>>>> and refusal to generate a tail call isn't. I'll see if we can track
>>>> down what's going on and get it fixed.
>>
>> A suitable cast might get rid of the sign extension.
>> Possibly just (unsigned int).
> 
> No, it won't. The problem is that there is no representation of the
> fact that the kernel is only going to inspect the low 32 bits (by
> declaring the kernel-side function as taking an int argument). The
> external kill function receives arguments by the ABI, where the upper
> bits of int args can contain junk, and the asm register constraints
> for syscalls use longs (or rather an abstract syscall-arg type). It
> wouldn't even work to have macro magic detect that the expressions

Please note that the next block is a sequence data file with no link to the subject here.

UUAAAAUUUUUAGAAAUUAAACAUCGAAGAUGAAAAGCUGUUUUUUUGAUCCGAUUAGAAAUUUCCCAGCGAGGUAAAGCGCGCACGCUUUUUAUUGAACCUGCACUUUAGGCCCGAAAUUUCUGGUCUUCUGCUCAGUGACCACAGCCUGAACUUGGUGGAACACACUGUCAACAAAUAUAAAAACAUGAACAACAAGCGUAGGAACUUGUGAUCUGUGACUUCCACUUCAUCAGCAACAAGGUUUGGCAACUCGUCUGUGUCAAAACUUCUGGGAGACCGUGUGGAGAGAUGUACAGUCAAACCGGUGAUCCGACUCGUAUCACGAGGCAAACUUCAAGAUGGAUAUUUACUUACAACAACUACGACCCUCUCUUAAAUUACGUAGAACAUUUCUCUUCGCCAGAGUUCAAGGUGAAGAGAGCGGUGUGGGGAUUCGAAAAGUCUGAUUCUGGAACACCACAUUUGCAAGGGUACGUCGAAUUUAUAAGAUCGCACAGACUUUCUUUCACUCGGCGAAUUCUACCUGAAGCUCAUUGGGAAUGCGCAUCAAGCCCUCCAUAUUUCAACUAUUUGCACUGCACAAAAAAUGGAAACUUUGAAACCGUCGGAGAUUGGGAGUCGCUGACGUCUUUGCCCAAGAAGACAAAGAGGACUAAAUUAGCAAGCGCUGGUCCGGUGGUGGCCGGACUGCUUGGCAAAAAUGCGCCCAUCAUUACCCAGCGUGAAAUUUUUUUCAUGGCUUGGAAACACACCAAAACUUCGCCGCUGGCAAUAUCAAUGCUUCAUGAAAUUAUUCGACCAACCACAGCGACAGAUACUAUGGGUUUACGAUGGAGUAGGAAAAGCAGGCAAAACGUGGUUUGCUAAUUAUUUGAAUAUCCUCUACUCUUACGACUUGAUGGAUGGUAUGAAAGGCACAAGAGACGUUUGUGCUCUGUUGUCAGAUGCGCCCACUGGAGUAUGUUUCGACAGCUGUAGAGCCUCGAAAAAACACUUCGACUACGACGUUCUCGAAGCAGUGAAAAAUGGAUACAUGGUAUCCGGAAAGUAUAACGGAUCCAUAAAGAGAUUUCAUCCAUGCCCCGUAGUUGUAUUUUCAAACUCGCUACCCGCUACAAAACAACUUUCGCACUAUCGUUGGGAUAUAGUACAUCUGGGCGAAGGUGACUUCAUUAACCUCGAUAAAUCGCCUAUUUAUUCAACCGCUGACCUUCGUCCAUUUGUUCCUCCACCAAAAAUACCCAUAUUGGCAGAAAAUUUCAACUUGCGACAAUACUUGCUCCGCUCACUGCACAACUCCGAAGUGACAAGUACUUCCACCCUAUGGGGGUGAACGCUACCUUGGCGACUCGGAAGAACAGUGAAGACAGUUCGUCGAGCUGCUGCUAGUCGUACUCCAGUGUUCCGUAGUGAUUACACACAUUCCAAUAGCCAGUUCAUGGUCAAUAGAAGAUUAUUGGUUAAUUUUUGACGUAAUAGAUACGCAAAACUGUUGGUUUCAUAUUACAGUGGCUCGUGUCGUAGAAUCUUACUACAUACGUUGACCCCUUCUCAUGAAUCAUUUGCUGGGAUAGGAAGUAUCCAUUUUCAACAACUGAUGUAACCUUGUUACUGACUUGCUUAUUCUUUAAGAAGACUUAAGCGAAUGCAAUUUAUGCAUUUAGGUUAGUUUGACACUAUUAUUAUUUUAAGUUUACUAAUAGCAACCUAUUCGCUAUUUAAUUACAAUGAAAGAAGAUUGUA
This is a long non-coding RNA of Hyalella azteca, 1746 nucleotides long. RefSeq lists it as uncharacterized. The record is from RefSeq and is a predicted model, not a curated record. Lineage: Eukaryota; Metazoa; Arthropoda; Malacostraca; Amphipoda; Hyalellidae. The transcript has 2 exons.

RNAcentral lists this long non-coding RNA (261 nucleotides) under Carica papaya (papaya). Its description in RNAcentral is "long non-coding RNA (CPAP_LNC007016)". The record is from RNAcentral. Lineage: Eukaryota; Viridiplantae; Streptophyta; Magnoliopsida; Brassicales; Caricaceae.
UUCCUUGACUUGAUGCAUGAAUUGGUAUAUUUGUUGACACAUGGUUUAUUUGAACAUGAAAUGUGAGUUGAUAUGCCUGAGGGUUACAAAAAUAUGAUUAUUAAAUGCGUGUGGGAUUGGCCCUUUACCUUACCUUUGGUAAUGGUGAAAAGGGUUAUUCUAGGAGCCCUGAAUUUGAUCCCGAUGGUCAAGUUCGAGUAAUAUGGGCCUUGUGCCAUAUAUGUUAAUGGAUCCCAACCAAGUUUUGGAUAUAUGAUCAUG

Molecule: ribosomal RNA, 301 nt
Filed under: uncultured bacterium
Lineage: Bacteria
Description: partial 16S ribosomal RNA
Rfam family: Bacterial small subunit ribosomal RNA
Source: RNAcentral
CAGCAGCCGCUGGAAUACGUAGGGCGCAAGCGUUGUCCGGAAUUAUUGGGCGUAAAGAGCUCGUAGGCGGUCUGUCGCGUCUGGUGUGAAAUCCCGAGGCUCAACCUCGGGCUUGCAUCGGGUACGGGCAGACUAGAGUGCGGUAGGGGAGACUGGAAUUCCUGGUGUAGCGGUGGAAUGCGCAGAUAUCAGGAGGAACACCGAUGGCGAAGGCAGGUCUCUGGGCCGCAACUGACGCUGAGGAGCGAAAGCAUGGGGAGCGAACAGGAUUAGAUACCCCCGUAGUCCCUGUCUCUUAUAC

> passed are ints and use hacks to avoid that, since it's perfectly
> valid to pass an int to a syscall that expects a long argument (e.g.
> offset to mmap), in which case it needs to be sign-extended.
> 
> The only way to avoid this is encoding somewhere the syscall-specific
> knowledge of what arg size the kernel function expects. That's way too
> much redundant effort and too error-prone for the incredibly miniscule
> size benefit you'd get out of it.
> 
> Rich
> 

^ permalink raw reply	[flat|nested] 62+ messages in thread

* RE: [musl] Powerpc Linux 'scv' system call ABI proposal take 2
  2020-04-21 15:00                     ` Adhemerval Zanella
@ 2020-04-21 15:31                       ` David Laight
  2020-04-22  6:54                       ` [musl] " Nicholas Piggin
  1 sibling, 0 replies; 62+ messages in thread
From: David Laight @ 2020-04-21 15:31 UTC (permalink / raw)
  To: 'Adhemerval Zanella', Rich Felker
  Cc: 'Nicholas Piggin', libc-dev, libc-alpha, linuxppc-dev, musl

From: Adhemerval Zanella
> Sent: 21 April 2020 16:01
> 
> On 21/04/2020 11:39, Rich Felker wrote: